Since we are discussing the concept of balance of trade, it is worth noting that June 2020 was a dramatic break from norm for India, with the country recording a rare surplus for the first time since 1976-77 – at $793 million (Rs 58.9 billion).

The reason behind this anomaly or miraculous trade surplus was the temporary impact of the Covid-19 pandemic. With large parts of the world going into lockdowns and an international trade freeze in place to stop the spread of the coronavirus, foreign players didn’t get the scope to dump products in India. As a result, India’s imports during that brief spell fell below its exports.

But as the engine of global trade slowly began to roll July 2020 onwards, India again began to import heavily as usual and its trade surplus turned to trade deficit.


We always celebrate the concept of ‘connectedness’. It is human nature to mingle, to reach out to the unknown, to build bridges, to explore different cultures, to exchange ideas, to share joys, to jump to each other’s rescue, to not be withdrawn as closeted societies but to huddle and form a global village.

That’s how civilisation grows. But we gain from this interconnectedness only at the individual level or micro level, and not at the macro level (the macro level deals with countries and their economies).

At the micro level, ‘globalisation’ is a win-win situation for all of us because the exchange of ideas and cultures enriches us all as individuals. The more the differences in culture, the more we celebrate them and share them around.

But at the macro level, to be precise, at the country-level, globalisation is not a win-win situation for all countries. Rather, interconnectedness or globalisation gives rich and powerful countries the scope to financially dominate poorer and weaker nations through the tools of connectedness.

That brings us to the concept of what is popularly called ‘dependency theory’ – which goes to the root of why some countries perpetually suffer trade deficits and why some others perennially enjoy trade surpluses.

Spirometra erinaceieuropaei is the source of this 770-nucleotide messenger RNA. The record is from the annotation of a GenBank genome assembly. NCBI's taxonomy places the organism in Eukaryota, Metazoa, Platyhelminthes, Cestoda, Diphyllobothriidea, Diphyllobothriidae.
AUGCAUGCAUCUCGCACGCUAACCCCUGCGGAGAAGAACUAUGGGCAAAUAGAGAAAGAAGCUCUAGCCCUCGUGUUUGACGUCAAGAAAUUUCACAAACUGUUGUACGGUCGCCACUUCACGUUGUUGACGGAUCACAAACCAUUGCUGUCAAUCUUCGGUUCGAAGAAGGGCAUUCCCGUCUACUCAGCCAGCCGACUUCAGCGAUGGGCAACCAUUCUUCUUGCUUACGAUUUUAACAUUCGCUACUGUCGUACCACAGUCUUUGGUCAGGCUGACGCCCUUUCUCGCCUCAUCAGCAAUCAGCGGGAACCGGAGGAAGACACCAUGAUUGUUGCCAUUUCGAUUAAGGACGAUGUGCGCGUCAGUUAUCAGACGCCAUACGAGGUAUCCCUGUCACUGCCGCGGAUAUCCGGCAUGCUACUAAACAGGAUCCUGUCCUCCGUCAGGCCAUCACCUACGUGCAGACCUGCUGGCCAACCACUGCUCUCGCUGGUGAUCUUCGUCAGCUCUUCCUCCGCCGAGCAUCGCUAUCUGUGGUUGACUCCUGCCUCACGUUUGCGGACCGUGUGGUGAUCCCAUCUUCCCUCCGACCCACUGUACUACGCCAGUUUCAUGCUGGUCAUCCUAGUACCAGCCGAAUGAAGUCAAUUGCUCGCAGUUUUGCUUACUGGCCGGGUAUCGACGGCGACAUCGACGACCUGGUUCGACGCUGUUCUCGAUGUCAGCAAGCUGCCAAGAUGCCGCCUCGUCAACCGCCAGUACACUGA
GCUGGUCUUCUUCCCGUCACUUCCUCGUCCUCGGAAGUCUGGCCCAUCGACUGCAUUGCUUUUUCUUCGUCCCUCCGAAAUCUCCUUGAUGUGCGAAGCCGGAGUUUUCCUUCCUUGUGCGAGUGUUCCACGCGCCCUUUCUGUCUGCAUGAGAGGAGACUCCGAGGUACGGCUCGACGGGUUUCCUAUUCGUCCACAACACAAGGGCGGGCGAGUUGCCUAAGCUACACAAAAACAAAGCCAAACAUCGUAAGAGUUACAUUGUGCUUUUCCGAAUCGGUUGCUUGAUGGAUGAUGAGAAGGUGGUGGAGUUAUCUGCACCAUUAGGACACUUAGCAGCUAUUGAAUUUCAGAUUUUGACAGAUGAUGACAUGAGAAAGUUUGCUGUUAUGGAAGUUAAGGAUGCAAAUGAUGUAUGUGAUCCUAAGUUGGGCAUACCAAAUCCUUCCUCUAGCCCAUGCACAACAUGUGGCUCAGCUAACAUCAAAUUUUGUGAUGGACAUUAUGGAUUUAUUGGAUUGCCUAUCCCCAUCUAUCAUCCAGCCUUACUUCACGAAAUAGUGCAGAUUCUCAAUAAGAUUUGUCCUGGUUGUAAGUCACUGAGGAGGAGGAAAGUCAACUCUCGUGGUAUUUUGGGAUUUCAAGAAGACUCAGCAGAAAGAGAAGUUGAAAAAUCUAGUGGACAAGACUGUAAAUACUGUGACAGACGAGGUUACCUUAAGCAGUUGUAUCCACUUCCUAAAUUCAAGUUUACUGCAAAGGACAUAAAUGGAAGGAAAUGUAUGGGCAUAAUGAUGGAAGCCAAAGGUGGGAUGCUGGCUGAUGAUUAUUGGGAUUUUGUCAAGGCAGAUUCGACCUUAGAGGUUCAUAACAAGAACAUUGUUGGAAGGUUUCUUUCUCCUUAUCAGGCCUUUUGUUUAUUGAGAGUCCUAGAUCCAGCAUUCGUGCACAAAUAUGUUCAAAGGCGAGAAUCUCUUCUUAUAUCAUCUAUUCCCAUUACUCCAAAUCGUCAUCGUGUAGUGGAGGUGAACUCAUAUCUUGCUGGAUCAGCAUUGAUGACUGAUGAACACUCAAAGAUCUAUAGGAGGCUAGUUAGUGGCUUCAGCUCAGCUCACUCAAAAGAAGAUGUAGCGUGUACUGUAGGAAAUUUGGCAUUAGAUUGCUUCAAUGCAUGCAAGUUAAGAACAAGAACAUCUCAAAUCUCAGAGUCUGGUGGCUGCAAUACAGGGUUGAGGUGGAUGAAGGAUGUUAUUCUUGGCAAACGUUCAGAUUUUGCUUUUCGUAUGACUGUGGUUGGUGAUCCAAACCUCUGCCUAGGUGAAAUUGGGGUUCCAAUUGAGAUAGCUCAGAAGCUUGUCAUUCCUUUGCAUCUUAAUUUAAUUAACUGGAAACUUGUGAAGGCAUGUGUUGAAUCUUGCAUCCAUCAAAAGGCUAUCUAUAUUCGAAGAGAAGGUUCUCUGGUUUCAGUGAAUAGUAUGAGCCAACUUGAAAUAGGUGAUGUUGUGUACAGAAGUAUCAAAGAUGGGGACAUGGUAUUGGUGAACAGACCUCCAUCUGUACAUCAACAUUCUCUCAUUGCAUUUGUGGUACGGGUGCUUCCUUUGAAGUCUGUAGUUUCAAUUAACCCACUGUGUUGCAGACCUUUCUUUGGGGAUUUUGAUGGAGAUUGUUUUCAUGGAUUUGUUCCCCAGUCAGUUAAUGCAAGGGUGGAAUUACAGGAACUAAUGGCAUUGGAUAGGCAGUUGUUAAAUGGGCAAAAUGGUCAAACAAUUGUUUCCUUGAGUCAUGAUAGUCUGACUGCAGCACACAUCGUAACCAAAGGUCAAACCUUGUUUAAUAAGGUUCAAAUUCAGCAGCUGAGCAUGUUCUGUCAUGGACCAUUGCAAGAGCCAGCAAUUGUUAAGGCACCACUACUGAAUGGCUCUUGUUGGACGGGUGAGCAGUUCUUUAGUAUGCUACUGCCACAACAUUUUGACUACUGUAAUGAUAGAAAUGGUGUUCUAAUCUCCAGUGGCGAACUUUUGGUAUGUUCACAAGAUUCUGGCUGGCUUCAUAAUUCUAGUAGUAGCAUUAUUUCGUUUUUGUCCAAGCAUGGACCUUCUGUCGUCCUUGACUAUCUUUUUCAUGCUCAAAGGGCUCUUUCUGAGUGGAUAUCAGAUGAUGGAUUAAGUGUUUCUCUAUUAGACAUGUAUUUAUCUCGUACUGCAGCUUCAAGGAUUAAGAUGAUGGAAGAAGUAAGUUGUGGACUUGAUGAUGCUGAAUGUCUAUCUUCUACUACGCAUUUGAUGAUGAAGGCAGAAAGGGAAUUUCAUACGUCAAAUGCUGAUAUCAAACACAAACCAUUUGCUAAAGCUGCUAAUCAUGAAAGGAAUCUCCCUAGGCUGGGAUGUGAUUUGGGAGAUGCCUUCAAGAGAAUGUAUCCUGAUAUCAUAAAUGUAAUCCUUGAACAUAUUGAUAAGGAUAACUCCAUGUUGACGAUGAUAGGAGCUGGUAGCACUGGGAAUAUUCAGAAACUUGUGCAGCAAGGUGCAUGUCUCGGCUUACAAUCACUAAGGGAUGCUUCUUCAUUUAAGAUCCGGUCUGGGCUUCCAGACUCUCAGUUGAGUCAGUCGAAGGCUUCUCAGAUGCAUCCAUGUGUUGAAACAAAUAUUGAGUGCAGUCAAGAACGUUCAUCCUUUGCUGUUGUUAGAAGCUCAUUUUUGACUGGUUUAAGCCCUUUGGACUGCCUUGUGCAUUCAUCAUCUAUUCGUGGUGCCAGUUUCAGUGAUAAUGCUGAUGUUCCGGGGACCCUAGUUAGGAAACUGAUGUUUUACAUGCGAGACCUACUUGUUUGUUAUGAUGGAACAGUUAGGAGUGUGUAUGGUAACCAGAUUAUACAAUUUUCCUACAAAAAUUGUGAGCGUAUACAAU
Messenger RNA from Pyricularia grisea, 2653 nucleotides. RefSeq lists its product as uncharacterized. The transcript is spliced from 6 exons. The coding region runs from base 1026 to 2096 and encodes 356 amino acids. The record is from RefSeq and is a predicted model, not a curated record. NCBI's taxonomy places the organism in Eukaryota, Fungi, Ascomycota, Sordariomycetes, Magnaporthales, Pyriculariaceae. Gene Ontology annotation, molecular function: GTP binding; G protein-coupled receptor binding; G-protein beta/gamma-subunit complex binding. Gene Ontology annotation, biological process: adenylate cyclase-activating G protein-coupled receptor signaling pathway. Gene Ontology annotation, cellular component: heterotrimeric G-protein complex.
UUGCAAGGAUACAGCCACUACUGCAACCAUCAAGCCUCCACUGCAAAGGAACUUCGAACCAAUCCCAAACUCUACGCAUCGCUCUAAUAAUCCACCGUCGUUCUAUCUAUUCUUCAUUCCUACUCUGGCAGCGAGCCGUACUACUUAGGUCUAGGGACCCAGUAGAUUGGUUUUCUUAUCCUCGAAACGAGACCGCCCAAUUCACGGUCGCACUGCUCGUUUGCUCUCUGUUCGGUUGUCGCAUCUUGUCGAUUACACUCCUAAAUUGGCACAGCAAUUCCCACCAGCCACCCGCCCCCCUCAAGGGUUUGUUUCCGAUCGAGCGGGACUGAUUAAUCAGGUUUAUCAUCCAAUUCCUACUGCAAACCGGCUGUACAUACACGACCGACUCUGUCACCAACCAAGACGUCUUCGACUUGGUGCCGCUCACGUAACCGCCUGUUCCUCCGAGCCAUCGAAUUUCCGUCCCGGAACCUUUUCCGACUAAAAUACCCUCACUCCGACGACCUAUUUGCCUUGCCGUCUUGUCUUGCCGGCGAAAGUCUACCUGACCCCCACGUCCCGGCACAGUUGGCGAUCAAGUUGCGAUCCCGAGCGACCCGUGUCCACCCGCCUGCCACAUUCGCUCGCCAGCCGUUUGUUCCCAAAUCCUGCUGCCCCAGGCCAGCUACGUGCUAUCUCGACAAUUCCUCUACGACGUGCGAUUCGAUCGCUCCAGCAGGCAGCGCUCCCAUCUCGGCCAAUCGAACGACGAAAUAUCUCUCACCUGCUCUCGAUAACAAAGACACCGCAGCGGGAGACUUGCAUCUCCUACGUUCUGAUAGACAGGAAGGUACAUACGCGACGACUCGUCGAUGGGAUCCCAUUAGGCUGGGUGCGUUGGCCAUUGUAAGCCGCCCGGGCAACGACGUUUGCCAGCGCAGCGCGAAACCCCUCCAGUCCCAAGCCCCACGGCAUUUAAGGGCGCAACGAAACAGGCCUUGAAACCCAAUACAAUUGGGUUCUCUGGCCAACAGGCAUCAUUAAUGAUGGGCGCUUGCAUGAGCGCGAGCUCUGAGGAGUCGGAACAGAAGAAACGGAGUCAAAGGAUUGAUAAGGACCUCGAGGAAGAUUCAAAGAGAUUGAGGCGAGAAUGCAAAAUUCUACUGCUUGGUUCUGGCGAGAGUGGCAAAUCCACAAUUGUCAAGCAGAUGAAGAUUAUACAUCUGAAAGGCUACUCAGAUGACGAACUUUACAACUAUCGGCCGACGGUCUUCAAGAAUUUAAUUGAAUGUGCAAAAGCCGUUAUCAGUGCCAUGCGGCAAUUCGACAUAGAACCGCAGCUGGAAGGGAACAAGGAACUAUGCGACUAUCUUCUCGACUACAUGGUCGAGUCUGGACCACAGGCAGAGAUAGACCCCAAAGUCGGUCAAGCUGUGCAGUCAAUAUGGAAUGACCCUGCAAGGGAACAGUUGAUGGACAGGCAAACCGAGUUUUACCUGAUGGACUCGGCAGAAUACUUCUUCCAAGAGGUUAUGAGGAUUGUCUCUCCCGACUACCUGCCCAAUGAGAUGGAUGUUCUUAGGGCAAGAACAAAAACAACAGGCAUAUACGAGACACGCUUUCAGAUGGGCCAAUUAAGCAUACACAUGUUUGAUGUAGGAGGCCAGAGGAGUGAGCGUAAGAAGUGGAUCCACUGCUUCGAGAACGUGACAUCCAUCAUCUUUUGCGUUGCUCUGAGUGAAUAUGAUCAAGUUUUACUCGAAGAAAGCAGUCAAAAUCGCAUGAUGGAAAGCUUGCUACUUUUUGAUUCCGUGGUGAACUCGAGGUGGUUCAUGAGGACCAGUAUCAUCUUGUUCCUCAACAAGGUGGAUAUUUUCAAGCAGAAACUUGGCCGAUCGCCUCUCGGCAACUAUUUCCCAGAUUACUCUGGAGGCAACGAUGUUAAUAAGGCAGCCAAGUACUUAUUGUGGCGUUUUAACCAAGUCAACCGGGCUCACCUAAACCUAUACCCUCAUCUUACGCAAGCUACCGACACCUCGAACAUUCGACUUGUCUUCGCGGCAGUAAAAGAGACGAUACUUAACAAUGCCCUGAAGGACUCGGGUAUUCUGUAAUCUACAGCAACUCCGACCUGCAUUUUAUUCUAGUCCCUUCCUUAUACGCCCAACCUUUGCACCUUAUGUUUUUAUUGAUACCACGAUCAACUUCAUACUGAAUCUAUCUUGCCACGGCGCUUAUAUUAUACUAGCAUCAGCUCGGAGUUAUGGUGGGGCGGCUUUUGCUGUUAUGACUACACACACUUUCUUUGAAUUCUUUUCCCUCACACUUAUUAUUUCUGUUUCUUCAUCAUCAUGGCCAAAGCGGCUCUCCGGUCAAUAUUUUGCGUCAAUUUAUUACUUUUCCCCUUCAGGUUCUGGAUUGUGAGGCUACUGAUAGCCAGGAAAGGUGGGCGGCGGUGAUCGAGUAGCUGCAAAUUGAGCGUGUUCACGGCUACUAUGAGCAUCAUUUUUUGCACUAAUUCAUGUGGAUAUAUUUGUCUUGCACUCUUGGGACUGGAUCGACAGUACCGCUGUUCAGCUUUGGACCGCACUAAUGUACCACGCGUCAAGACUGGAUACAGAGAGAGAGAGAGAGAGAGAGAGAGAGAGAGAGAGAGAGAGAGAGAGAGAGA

The dependency theory has its beginnings in two papers written in 1949. The papers were authored by Hans Singer, a German-origin economist from the UK, and Raul Prebisch, an economist from Argentina.

According to the path-breaking theory, some countries always remain financially drained because resources always flow from the ‘margins’, which are poorer and/or weaker nations, to the ‘core’, which are affluent and/or powerful countries.

Basically, the powerful countries get richer at the expense of the weaker nations, the theory says.

The theory argues that this imbalance of powerful countries dominating weak countries and siphoning their financial wealth results from the fact that the two sides are integrated – rather over-integrated – into a common global system.

As a result of the integration or connectedness, weak countries are unable to break free from the influence or orbit of powerful countries, which exploit them financially through terms of trade that are rigged to help only the powerful nations.

That’s the crux of the dependency theory. Back in the 1960s and 1970s, this theory, also known as the Prebisch-Singer thesis, helped economists and social scientists get to the bottom of why some countries in South America were perpetually getting impoverished.

The same theory now helps us understand why India continues to remain so poor – mainly because we are way too integrated with a ‘rigged’ world system in which the terms of trade are heavily tilted in favour of powerful export-dependent countries.


A good way of gauging how badly the Indian economy is performing now is to turn the clock back by a thousand years.